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PROVIDENCE — Part of the emergency department at Rhode Island Hospital, the state’s largest hospital, was forced to close Thursday due to a nursing shortage.

The emergency center at Rhode Island Hospital is the only Level I trauma center in southeastern New England, where the department’s frontline workers see some of the area’s most critically injured and severely ill people.

The C-pod, which is the section of the emergency department that closed, is a fluid unit with various opening and closing times, according to executives. It’s been used for different patient types, including an inpatient holding unit, a unit for moderately acute patients, and a COVID-19 isolation unit, said Lifespan spokeswoman Kathleen Hart.

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“The recent staffing shortages from leaves of absences, daily call-outs, and resignations for travel nurse opportunities make it difficult to staff the area consistently,” said Hart in a statement.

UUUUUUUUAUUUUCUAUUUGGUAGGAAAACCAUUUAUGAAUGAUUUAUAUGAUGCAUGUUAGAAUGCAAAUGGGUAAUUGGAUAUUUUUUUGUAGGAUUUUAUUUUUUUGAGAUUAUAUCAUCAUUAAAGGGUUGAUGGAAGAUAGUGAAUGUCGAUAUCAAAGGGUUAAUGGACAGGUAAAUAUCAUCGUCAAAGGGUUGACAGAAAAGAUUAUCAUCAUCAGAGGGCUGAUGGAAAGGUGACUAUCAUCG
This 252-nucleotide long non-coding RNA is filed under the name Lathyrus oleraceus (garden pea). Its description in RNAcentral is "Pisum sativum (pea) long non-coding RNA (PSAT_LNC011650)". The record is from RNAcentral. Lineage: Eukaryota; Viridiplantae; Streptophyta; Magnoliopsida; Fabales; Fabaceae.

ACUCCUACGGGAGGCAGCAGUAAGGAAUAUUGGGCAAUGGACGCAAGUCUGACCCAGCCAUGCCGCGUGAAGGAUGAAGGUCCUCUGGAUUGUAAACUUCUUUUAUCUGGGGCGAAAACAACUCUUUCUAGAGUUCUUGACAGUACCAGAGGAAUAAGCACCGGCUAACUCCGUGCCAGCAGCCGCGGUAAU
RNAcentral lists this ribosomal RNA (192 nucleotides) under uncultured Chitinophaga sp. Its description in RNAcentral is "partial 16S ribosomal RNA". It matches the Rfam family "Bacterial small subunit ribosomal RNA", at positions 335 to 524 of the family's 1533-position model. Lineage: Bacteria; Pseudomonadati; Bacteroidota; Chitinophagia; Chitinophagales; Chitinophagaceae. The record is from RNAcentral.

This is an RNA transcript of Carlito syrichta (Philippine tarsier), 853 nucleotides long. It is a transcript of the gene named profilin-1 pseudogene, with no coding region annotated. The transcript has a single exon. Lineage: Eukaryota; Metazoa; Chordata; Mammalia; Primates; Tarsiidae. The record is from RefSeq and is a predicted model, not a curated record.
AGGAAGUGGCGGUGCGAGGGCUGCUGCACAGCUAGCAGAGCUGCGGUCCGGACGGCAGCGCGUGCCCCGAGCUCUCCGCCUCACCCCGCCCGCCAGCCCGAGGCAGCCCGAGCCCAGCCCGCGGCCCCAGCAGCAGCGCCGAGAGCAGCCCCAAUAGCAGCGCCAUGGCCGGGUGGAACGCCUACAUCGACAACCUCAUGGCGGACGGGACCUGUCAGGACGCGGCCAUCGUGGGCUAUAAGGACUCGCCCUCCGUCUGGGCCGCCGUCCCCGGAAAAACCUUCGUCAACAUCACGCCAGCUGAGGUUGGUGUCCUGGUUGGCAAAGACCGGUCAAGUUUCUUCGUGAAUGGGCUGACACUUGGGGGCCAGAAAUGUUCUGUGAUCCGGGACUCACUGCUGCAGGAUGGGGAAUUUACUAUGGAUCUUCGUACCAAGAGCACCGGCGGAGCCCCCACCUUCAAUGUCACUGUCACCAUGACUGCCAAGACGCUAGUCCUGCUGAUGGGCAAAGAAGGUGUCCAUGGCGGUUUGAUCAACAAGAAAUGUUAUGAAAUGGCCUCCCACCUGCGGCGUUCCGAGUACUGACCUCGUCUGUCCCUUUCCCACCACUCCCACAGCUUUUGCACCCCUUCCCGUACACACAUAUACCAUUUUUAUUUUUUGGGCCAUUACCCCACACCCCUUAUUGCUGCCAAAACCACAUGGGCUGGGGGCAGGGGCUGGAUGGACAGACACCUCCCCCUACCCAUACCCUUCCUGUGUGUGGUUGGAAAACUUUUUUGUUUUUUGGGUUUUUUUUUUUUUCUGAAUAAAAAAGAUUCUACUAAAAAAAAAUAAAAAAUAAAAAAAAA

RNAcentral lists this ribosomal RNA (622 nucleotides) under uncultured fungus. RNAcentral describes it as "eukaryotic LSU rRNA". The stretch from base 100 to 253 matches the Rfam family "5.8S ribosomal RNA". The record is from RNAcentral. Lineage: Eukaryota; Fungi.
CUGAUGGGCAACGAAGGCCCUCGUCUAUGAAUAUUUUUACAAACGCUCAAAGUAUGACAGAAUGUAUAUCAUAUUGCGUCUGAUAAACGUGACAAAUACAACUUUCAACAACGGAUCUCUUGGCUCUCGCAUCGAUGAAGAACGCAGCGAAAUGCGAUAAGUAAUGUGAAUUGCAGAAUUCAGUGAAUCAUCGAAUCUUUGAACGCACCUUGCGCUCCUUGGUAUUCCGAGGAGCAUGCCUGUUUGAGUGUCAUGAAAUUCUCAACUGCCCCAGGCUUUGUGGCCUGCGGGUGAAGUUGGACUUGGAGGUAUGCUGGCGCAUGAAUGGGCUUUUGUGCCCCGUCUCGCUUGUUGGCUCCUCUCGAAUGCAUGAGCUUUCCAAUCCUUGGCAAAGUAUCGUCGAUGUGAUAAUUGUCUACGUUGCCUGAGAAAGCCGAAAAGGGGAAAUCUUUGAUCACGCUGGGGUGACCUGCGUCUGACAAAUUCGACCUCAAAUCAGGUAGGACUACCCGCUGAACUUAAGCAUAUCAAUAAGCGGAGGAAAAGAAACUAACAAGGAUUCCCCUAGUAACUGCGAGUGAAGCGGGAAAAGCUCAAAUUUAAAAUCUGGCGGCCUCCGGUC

The C-pod could reopen based on staffing, according to Hart. She said these changes ensure that workers can provide care in a safe environment and so that the hospital has the appropriate resources to treat the sickest patients that need emergency care.

A nurse at the ER told the Globe that the average wait time at the ER Thursday was about “four to five hours. Sometimes even longer.”

“We ask that patients who do not require emergent care contact their primary care physician or seek care at an urgent care facility,” said Hart.

Globe staff member Brian Amaral contributed to this report.



Alexa Gagosz can be reached at alexa.gagosz@globe.com. Follow her on Twitter @alexagagosz.